Table 1 Characteristics of the sample

Descriptive analyses of clinical variables are shown in Table 2. At first evaluation, the mean MoCA total score in the total sample was 21.34 (SD 4.47), the average RS total score was 52.30 (SD 9.68), while the average RSQ integration score and RSQ sealing over score were, respectively, 24.11 (SD 4.70) and 14.89 (SD 4.70); the average PANSS positive scale and negative scale were, respectively, 18.11 (SD 6.80) and 23.09 (SD 8.81), while the average PANSS general psychopathology scale was 45.50 (SD 14.84); the average LSP total score was 117.73 (SD 20.33), and the mean SQoL total rate was 51.93 (SD 13.22).

Table 2 Data on resilience, recovery style, neurocognition, psychotic symptomatology, quality of life and social functioning

As reported in Tables 1 and 2, no statistically significant differences among the three different psychotic disorders in any scales and demographic characteristics were observed. Furthermore, despite the small sample size, the clinical data can be considered representative, as evidenced by the comparison with the normative scores, especially regarding positive and negative symptoms, resilience and psychosocial functioning.

Multilinear regression

Pearson correlations are shown in Table 3. As regards the correlations with psychosocial functioning, a statistically significant negative correlation (p<0.001) among LSP global score and PANSS positive symptoms scoring and general psychopathology score emerged; however, a weak negative correlation (p<0.01) between LSP total score and RSQ sealing over score was described. RSQ integrator score and MoCA global scoring were found to be positively correlated with LSP total score, with a significance of p<0.01 and p<0.001, respectively.

Table 3 Pearson correlations among RS total score, RSQ “integrator” and RSQ “sealing over” score, MoCA total score, PANSS positive, negative and general psychopathology score; LSP total score and SQoL total score

Quality of life was significantly and positively correlated with resilience (p<0.001), while a negative correlation with general psychopathology (p<0.01) emerged.

Results from multiple linear regression analysis are provided in Table 4.

Table 4 Multiple linear regression among LSP and SQoL total score, RS total score, RSQ integrator score, MoCA total score, PANSS positive score, and PANSS general psychopathology score

LSP global scoring was fixed as the dependent variable; the predictors summed were RSQ integrator score, MoCA total score, PANSS positive symptoms score and PANSS general psychopathology score. RS total score and PANSS negative symptoms score were removed from these analyses since there was no significant correlation with psychosocial functioning; RSQ sealing over score was not entered because its correlation values were reciprocal to those of RSQ integration scores. The model obtained explained 54.0% of the psychosocial functioning variance in the sample being examined (adjusted R2=0.540; F (4.39) =13.643, p<0.001). In particular, PANSS general psychopathology score was the most associated variable with LSP total score (B= −0.607, beta =−0.443; p<0.001), followed by MoCA total score (B=1.840, beta=0.405; p<0.001) and RSQ integrator score (B=1.650, beta=0.381; p>0.001); PANSS positive symptoms score was not statistically associated with LSP total score (B=−0.297, beta=−0.443). PANSS general psychopathology score was negatively associated with LSP total score, while the RSQ integration score and MoCA total score were positively associated with LSP total score.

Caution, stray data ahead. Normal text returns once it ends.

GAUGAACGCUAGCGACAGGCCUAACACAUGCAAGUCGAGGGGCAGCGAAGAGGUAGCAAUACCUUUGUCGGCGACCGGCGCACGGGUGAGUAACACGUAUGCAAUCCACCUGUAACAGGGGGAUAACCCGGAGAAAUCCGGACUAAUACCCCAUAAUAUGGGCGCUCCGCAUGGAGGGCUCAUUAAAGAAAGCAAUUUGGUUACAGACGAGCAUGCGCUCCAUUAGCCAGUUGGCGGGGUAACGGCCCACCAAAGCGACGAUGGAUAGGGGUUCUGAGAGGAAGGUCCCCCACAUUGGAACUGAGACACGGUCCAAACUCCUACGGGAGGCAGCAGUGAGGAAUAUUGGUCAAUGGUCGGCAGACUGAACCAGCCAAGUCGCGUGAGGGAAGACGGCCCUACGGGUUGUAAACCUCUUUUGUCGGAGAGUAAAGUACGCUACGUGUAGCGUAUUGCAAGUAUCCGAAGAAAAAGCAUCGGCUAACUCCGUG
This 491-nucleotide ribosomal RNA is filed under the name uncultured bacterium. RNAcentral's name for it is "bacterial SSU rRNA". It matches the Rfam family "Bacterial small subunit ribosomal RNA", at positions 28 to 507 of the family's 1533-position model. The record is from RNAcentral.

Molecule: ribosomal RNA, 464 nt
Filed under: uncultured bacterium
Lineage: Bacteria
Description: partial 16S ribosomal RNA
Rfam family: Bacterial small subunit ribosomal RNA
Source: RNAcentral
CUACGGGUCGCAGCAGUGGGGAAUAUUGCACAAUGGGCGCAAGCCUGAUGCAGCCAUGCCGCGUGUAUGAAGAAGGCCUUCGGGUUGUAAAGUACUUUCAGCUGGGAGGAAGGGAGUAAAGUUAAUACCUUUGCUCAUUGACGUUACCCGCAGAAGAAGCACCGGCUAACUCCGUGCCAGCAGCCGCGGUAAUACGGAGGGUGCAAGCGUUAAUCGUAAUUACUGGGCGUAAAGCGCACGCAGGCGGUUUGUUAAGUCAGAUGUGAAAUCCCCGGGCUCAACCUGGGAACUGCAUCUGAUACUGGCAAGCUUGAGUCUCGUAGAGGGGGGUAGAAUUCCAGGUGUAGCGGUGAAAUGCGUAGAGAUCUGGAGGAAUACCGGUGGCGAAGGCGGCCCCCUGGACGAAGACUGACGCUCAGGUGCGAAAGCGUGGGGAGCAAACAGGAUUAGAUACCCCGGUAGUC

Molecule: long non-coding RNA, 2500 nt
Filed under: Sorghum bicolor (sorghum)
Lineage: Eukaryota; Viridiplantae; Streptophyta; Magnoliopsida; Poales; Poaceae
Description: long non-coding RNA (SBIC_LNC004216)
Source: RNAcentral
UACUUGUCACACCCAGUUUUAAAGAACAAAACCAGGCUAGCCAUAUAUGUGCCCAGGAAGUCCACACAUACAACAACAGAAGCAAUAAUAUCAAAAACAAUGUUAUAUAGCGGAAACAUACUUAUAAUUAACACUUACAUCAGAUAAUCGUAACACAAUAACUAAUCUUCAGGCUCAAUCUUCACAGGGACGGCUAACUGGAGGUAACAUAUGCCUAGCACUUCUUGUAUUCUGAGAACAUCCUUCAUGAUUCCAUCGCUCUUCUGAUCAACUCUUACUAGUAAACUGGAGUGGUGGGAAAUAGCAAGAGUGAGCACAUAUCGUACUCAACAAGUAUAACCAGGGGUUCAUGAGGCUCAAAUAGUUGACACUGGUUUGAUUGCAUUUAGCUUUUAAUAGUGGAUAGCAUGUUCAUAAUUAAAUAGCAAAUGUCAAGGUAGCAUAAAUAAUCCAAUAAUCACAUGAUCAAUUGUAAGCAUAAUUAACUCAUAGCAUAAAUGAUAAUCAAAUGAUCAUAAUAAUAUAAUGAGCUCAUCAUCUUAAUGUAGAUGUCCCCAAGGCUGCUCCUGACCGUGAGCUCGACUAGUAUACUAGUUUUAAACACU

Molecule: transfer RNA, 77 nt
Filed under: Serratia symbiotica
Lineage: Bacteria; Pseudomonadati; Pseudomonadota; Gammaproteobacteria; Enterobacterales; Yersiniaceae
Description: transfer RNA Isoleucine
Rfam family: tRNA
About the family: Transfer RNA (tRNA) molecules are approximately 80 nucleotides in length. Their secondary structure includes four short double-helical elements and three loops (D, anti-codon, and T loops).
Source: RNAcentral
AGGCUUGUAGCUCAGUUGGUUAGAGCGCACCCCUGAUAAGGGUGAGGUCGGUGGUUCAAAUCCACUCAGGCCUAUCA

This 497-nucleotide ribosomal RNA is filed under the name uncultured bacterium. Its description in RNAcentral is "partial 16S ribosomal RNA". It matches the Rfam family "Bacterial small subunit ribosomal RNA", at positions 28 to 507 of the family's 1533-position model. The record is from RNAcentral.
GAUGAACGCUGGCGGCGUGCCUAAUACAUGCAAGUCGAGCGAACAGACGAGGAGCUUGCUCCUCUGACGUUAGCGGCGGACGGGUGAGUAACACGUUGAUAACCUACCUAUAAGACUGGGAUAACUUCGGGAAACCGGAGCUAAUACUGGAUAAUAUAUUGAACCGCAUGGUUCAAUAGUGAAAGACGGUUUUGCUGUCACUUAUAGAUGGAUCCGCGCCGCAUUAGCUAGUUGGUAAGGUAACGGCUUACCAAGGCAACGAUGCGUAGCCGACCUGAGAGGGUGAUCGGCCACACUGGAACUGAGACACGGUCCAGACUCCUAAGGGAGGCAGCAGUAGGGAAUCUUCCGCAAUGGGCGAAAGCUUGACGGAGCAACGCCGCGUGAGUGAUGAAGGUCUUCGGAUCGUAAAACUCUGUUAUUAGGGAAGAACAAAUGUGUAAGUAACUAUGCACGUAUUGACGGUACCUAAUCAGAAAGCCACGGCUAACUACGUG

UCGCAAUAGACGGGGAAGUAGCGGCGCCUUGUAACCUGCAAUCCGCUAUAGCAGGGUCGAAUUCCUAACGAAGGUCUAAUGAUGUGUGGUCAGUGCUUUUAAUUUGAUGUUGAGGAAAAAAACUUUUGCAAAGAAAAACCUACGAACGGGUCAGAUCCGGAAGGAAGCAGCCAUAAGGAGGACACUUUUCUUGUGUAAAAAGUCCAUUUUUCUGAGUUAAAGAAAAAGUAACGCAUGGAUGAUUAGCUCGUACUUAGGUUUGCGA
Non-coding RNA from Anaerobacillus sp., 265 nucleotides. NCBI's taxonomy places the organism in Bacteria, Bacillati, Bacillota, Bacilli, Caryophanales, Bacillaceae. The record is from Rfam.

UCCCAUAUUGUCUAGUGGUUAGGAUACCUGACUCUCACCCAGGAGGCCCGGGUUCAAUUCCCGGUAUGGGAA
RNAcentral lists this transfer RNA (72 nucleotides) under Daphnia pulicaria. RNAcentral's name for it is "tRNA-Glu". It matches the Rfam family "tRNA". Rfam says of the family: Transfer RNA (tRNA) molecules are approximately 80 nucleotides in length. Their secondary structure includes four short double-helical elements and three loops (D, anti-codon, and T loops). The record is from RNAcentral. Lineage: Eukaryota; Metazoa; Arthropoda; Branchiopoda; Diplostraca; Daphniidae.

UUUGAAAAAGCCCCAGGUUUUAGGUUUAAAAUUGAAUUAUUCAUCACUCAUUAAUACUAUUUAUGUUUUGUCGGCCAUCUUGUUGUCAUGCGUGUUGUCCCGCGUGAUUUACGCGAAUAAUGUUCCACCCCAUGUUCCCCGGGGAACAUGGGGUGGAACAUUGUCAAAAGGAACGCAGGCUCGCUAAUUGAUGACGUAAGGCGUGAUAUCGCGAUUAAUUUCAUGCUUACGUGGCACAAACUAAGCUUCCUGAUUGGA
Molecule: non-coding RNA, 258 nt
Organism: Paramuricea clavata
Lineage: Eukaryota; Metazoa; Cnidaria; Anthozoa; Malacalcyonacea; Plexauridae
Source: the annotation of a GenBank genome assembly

SQoL total score was fixed as the dependent variable; RS total score and PANSS general psychopathology were added as independent variables, following the principles previously adopted. This model explained only 28.7% of the quality of life variance in the total sample (adjusted R2=0.287; F (2.41) =9.642; p<0.01): only RS total score was positively associated with SQoL total score (B=0.640, beta=0.469; p<0.01), while general psychopathology score was negatively associated with quality of life (B=−0.307, beta=−0.344; p<0.01).

Generalized linear model

Results of the generalized linear models are reported in Table 5. First, LSP total score was fixed as the dependent variable, while RSQ integration score, MoCA total score, PANSS positive symptoms score, and PANSS general psychopathology score were set as covariate variables. In this analysis, all the independent variables, except PANSS positive symptoms score, present a statistically significant direct effect on LSP total score; however, no statistically significant interactions among the covariate variables were observed. The same results were obtained by inserting SQoL total score as the dependent variable, and RS standardized total score and PANSS standardized general psychopathology score as covariate variables. In both cases, no independent variables act as a moderator to each other as regards the effect on dependent variables.

Table 5 Generalized linear model among LSP and SQoL total score, RS total score, RSQ integrator score, MoCA total score, PANSS positive score and PANSS general psychopathology score


According to the current literature,14,16,17 a statistically significant correlation among personal resources, symptomatology, and real-life functioning was observed. Data show that general psychopathology, neurocognition, and integration recovery style can predict psychosocial functioning in people affected by psychosis, and explain ~54% of the LSP variance.